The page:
Abortion provider’s trial opens
Opening arguments got underway Monday in the criminal case against Dr. George Tiller, one of the only physicians in the country who provides late-term abortions. And by day’s end, it was clear that the case could hinge on such nonmedical issues as who paid for copy paper and toner, the meaning of a hug and whether selling a beat-up sedan to a colleague can constitute proof of guilt.
Tiller, 67, faces 19 misdemeanor counts of breaking the Kansas law that governs how late-term abortions should be handled.
In cases where the fetus is deemed viable -- or able to survive outside the womb, around six months’ gestation -- the state requires the approval of a second doctor who is not affiliated legally or financially with the first doctor before an abortion can be performed. The doctor must certify that the mother will suffer permanent and irreversible harm, which can include psychological harm, if she carries the baby to term. The state also requires that the second doctor be from Kansas, which considerably narrows the field since few doctors in the state perform abortions.
Prosecutors contend that Tiller’s relationship with Dr. Ann Kristin Neuhaus of Lawrence, Kan. -- who signed off on 19 of his cases in 2003 -- violated the state’s independent physician requirement. Neuhaus, who did not have her own clinic at the time and whose only source of income was Tiller, used his office but denied using his staff.
The defense has countered that Neuhaus saw patients at Tiller’s office for security reasons -- protesters regularly harassed patients outside the clinic -- and because it was convenient for patients, many of whom were emotionally fragile teenagers.
One of the 19 patients in question was 10 years old. Many of Tiller’s patients are women who discover late in their pregnancies that they are carrying severely impaired fetuses.
On Monday, antiabortion activists lined up before the courtroom opened in hopes of getting seats inside.
About 25 did, including Troy Newman of Operation Rescue and a handful of young adults he described as “survivors of the abortion holocaust” because they were born after 1973, the year the Supreme Court legalized abortion. Two people in apparel with antiabortion slogans were asked by sheriff’s deputies in the courtroom to turn their sweat shirts inside out or cover up.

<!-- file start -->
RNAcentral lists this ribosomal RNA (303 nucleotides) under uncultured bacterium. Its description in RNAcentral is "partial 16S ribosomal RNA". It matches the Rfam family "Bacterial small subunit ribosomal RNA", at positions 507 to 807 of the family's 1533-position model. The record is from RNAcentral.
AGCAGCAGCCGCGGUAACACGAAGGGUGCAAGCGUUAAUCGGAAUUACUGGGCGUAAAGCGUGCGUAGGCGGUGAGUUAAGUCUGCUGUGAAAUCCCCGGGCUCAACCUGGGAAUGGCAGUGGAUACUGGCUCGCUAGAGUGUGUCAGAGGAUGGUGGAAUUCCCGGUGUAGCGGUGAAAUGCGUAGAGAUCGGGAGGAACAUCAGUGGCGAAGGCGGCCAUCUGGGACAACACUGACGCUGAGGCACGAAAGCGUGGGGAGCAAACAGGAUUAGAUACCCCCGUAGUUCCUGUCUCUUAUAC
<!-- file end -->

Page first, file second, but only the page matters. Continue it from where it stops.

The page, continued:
In his opening statement, Kansas Assistant Atty. Gen. Barry Disney told the jury that Tiller had recruited Neuhaus, hired his attorney to train her about legal requirements and scheduled his patients for her to see at his office. “They were so entwined that she, in essence, was an employee,” Disney said. He implied that one way to tell their relationship crossed the line was the hug she gave Tiller when she saw him at the courthouse Monday.
Neuhaus -- who testified under a grant of immunity -- said she saw five or six of Tiller’s patients a week, earning about $300 for each consultation.
During cross-examination, defense attorney Dan Monnat asked Neuhaus: “When you saw [Tiller] this morning and gave him a hug, did you mean to convey that you were legally or financially affiliated with him?”
“No,” she replied.
Disney also implied that Tiller had given Neuhaus a special deal when he sold her a 1994 Toyota Camry in 2006 for $300. But Monnat produced an appraisal from a local dealership setting the value of the car at $300 and showed the jury a photo of what he mockingly called “this sleek car” -- which Neuhaus testified needed $3,000 worth of body work.
Neuhaus, the day’s only witness, seemed at times flustered.
On some points, such as whether she had received legal advice from Tiller’s lawyers, Neuhaus on Monday contradicted her earlier deposition. Tiller’s attorneys had sent her a packet of information about the Kansas abortion law, she said Monday, but she did not recall meeting with them. In her deposition, she had said that she received the packet “after consulting with his attorneys.”
Her deposition, she testified, may have been flawed because “it was a pretty hostile engagement.” She later added, “I was being interrogated for four hours and was a little distraught.”
Still, she testified, she maintained her independence from Tiller, going so far as to pay for the copy paper and toner that she used while seeing patients at his Wichita clinic, Women’s Health Care Services.
When the prosecutor pressed her about whether she had paid rent to Tiller or paid for any of his staff, she said she had not, adding: “I didn’t pay for the toilet paper or coffee” either.
Outside the Sedgwick County courthouse, a couple dozen antiabortion activists prayed. A truck with large panels showing aborted fetuses and slogans such as “Tiller the Killer” drove slowly around the block to mark the first time that Tiller, who has practiced in Kansas for more than three decades, has been charged with a crime.
If convicted, Tiller would face one year in prison and a fine of $2,500 for each count. The trial is expected to last at least through the week.
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